So tonight (as of the time I’m beginning to write this piece) is the premiere of the SyFy Channel series Heroes of Cosplay, which follows a small group of ‘well-known cosplayers’ (more on my use of the quotes in a few minutes) as they create costumes, wear them, and compete in Masquerades. At least, that’s what I glean from the information provided to me about the show. Now, discussion of this show is pretty ubiquitous around the internet -especially in the various cosplay communities- and opinions are rather divided about the show and its potential impact on cosplay. Even as of writing this I’m still ambivalent about if I’ll check out the first episode, or just ignore it. I’m highly mixed about this series; I don’t feel it will portray cosplay in a particularly good light, but it may have one or two positives.
The biggest positive I can think of is to shine a light on cosplay and possibly educate people in general about the hobby. When most people think of cosplay, they really have little to no clue of the time, money, and energy that go into the hobby (among other things). Some think it’s an ‘easy’ hobby to get into, while others look down on cosplay for simply being ‘weird’. So giving it exposure and allowing people to learn about it (and further research it, I hope) can be a good thing.
However, that’s where my list of good things about this show ends rather abruptly. As I said before, I have a number of issues with the show as it has been advertised. This does NOT mean I take issue with those who are featured in the show. I have nothing but respect for them as fellow human beings and fellow cosplayers, especially since this hobby can take its toll on people at times. These are simply my personal hang-ups with the show and its premise.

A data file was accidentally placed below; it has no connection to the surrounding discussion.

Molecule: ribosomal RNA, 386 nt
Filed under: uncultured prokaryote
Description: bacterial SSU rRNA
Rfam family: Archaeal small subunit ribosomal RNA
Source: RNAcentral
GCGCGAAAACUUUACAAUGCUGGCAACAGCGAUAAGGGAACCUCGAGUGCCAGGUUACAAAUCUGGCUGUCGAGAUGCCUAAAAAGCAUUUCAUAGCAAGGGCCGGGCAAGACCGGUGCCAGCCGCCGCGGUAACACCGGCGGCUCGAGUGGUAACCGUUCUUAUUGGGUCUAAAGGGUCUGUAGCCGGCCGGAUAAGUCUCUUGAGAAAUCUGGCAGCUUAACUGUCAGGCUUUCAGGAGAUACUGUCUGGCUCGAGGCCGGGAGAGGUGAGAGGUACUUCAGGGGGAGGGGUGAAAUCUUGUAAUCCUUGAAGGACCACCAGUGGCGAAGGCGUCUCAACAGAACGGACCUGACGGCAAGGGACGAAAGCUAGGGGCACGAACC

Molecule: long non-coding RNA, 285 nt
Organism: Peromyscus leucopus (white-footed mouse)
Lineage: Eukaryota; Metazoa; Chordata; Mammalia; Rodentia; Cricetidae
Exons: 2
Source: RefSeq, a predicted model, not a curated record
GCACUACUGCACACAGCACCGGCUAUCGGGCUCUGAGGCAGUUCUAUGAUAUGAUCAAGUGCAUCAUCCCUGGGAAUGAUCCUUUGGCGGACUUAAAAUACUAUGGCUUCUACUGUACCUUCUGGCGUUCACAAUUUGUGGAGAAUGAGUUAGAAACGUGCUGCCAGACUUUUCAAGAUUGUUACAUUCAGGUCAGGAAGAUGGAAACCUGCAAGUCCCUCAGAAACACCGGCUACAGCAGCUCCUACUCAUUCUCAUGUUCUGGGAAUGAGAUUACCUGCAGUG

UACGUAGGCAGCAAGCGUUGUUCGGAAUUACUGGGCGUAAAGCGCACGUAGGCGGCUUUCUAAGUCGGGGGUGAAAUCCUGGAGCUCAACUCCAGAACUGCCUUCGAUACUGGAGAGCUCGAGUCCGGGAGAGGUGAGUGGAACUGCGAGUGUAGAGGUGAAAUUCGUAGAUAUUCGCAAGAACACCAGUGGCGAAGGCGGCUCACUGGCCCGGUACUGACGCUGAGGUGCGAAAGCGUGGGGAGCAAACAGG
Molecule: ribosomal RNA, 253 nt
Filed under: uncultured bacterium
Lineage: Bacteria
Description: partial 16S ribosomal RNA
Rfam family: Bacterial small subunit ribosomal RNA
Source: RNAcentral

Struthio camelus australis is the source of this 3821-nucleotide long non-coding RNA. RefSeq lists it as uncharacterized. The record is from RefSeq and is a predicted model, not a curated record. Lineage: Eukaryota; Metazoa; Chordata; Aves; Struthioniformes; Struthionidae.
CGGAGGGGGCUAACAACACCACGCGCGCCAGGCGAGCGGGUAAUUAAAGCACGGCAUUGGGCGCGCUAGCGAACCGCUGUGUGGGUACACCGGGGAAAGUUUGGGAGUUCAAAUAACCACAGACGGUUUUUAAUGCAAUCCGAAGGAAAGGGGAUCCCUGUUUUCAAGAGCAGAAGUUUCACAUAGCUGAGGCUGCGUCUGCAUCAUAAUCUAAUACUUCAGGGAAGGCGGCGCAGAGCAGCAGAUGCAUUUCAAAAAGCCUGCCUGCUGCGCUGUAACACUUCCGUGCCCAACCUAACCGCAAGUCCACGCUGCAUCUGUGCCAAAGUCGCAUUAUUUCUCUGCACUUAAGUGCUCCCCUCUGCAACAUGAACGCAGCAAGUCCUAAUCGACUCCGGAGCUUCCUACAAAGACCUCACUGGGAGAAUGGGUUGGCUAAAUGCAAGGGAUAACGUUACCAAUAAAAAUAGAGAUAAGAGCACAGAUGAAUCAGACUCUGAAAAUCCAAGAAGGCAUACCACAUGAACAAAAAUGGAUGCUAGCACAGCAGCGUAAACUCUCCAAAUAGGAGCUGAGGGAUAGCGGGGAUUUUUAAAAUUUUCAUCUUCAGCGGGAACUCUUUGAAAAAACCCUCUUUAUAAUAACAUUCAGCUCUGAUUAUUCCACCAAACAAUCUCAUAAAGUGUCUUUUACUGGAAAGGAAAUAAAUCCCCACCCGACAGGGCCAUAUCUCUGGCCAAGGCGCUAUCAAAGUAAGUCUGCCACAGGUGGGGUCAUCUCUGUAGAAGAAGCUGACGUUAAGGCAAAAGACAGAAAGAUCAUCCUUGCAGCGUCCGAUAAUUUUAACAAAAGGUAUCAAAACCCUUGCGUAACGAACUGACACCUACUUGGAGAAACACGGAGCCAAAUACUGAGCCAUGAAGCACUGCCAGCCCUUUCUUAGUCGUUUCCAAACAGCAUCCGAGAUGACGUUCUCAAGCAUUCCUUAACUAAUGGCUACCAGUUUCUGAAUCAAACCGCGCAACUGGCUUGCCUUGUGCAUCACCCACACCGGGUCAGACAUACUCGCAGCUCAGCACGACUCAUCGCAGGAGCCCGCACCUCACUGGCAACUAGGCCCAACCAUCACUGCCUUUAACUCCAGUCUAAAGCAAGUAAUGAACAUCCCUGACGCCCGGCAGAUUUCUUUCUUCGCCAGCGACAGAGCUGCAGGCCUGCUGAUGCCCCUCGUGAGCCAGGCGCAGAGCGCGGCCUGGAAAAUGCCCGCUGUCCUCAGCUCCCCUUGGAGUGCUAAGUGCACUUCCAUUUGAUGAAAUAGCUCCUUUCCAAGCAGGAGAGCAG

~Diversity: Dictionary.com defines ‘diversity’ as ‘the state or fact of being diverse [of a different kind, form, character, etc.]; difference; unlikeness’. When I look at the cast lineup for HoC, however, I don’t really see diversity more than I see tokenism. Their take on ‘diversity’ consists of one Asian woman (Yaya Han), one man (Jesse Lagers), and seven relatively young women who are a) conventionally attractive, and b) predominantly white (or able to pass easily as white). In truth, the cosplay community is as diverse as any other community; it has members of many different ethnic backgrounds, sexual identities, and appearances. What would have been wrong with having one or two black cosplayers in the lineup? Or how about adding one or two more men? (Believe it or not, there are a lot of men in cosplay who sew their own costumes, or do as Jesse does and make their own props, weapons, and armor.) Or how about cosplayers who aren’t the ‘typical’ size 8 or who are over the age of 30? Also, I realize SyFy is predominantly an American channel, but what about featuring a few cosplayers from other countries? This isn’t just an American hobby; there are brilliant cosplayers living all over the world. As I said before, this hobby has an amazingly diverse array of members, and this show does that diversity a grave disservice by only focusing on such a tiny, homogenized sliver of it.